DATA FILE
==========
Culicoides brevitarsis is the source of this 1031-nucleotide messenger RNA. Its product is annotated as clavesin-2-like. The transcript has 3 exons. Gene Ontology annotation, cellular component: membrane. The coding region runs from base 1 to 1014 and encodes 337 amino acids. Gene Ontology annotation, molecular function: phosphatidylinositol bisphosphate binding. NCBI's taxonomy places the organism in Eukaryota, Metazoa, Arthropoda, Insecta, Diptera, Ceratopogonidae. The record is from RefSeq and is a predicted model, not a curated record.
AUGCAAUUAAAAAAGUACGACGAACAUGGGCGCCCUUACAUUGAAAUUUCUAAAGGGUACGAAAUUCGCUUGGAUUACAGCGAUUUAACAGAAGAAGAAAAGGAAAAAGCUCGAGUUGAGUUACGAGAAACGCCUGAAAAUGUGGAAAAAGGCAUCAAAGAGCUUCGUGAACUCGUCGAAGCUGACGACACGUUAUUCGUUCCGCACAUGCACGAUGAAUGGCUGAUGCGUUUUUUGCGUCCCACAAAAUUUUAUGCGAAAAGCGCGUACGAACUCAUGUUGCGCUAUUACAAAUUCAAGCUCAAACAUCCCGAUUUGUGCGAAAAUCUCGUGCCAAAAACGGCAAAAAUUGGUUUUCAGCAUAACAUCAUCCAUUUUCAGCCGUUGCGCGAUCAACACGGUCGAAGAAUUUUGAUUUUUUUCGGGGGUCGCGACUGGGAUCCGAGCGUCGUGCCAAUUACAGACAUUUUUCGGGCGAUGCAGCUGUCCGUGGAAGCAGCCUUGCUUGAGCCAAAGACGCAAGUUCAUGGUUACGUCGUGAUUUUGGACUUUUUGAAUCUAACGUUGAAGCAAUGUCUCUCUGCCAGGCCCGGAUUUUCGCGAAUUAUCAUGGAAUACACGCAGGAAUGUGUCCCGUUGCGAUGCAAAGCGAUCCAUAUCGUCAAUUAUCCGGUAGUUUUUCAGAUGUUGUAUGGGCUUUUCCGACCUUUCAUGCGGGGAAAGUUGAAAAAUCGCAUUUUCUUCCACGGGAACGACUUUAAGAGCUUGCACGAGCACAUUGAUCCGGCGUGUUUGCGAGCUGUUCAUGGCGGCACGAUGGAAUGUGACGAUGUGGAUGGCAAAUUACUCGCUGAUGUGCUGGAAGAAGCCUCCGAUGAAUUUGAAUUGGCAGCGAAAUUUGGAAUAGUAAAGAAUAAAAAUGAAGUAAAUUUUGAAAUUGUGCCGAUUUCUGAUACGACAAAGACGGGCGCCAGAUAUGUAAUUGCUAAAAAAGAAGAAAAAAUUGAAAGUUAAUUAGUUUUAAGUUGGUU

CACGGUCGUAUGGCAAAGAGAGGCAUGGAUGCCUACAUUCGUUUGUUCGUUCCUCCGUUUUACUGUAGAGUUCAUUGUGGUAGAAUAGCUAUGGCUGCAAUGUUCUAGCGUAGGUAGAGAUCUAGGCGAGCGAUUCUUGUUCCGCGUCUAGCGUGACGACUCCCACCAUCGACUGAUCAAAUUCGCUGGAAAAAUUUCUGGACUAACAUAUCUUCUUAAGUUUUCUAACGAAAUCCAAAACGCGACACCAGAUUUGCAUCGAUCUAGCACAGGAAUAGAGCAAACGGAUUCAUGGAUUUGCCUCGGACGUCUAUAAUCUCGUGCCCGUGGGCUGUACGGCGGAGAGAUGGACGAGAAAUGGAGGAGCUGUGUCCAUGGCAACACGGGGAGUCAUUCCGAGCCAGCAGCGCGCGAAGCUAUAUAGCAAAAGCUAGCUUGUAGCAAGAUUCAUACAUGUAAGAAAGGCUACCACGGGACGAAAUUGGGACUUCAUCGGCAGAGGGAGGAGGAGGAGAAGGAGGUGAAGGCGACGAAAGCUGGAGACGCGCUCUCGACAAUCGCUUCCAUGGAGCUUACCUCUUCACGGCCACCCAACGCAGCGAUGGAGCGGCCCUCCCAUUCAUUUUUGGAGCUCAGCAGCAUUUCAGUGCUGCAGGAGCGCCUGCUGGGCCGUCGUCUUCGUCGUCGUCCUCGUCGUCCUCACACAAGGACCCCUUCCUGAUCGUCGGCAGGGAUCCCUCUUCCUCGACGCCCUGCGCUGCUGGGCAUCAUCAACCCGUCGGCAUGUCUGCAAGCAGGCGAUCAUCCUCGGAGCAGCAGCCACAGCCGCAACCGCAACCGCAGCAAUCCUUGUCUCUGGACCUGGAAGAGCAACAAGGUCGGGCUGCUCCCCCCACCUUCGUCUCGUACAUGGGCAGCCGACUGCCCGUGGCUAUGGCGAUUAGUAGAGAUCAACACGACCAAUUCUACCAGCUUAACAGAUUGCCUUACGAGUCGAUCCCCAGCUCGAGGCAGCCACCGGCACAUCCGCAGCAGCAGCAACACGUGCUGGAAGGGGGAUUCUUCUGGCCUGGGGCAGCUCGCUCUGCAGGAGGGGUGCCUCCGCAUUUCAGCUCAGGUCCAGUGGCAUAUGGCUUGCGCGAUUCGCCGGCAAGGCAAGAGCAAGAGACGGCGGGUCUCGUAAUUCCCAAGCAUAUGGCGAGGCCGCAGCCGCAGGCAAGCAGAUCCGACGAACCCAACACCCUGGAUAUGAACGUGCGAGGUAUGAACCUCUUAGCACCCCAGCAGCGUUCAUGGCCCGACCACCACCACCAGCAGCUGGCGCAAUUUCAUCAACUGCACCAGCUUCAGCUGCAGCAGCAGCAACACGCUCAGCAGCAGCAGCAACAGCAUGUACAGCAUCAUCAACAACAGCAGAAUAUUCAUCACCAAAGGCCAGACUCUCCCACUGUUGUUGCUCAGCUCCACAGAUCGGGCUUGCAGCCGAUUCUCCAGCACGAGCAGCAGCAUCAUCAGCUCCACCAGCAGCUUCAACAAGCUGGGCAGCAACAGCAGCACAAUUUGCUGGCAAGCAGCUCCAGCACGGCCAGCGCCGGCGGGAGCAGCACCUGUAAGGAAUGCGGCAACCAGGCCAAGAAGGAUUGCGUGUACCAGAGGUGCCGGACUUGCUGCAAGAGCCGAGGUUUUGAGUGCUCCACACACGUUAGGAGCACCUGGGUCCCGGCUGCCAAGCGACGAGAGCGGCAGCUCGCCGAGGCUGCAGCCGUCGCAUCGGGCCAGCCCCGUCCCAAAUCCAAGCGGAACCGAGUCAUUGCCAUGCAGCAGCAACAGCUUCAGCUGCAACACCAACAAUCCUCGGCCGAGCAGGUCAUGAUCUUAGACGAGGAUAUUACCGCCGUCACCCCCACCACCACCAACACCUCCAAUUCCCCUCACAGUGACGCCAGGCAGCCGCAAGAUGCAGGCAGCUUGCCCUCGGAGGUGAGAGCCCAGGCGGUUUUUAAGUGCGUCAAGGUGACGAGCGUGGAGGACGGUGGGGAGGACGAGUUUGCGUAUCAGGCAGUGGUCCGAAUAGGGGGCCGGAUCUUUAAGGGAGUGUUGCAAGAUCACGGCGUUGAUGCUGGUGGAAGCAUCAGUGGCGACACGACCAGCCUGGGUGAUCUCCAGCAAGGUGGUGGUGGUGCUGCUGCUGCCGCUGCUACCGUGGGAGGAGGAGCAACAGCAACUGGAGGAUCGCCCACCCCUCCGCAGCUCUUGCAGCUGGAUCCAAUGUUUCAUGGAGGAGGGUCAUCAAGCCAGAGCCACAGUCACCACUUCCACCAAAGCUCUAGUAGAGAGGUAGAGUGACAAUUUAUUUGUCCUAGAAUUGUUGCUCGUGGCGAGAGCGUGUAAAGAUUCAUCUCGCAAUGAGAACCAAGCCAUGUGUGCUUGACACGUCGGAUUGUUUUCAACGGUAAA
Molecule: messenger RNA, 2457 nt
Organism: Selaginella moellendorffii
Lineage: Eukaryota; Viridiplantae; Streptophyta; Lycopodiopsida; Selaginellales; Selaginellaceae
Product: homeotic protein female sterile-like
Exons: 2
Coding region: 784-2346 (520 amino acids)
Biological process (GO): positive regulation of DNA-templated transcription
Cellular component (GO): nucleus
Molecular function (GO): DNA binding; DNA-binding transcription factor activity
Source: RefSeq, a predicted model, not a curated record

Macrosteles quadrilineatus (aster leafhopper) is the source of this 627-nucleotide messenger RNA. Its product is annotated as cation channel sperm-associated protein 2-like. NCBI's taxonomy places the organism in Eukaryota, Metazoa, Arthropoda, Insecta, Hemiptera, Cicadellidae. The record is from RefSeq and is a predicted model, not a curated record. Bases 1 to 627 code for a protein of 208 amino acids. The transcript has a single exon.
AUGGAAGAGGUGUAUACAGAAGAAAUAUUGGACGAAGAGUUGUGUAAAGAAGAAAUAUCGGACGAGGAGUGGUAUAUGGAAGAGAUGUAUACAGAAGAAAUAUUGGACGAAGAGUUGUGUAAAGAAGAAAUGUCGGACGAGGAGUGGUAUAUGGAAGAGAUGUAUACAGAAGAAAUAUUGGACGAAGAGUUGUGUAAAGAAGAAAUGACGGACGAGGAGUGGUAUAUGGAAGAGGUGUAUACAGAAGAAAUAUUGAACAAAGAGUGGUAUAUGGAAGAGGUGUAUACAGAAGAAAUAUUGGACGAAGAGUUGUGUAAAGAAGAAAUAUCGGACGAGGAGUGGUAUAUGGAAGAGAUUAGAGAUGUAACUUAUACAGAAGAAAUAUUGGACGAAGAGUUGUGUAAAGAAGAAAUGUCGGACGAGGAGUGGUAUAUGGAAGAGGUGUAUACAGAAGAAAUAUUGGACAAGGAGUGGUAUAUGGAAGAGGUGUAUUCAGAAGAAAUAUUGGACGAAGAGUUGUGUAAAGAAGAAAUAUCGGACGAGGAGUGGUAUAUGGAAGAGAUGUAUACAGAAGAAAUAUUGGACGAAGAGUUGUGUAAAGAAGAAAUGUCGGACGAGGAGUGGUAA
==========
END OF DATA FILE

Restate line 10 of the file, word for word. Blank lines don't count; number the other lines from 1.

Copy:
Biological process (GO): positive regulation of DNA-templated transcription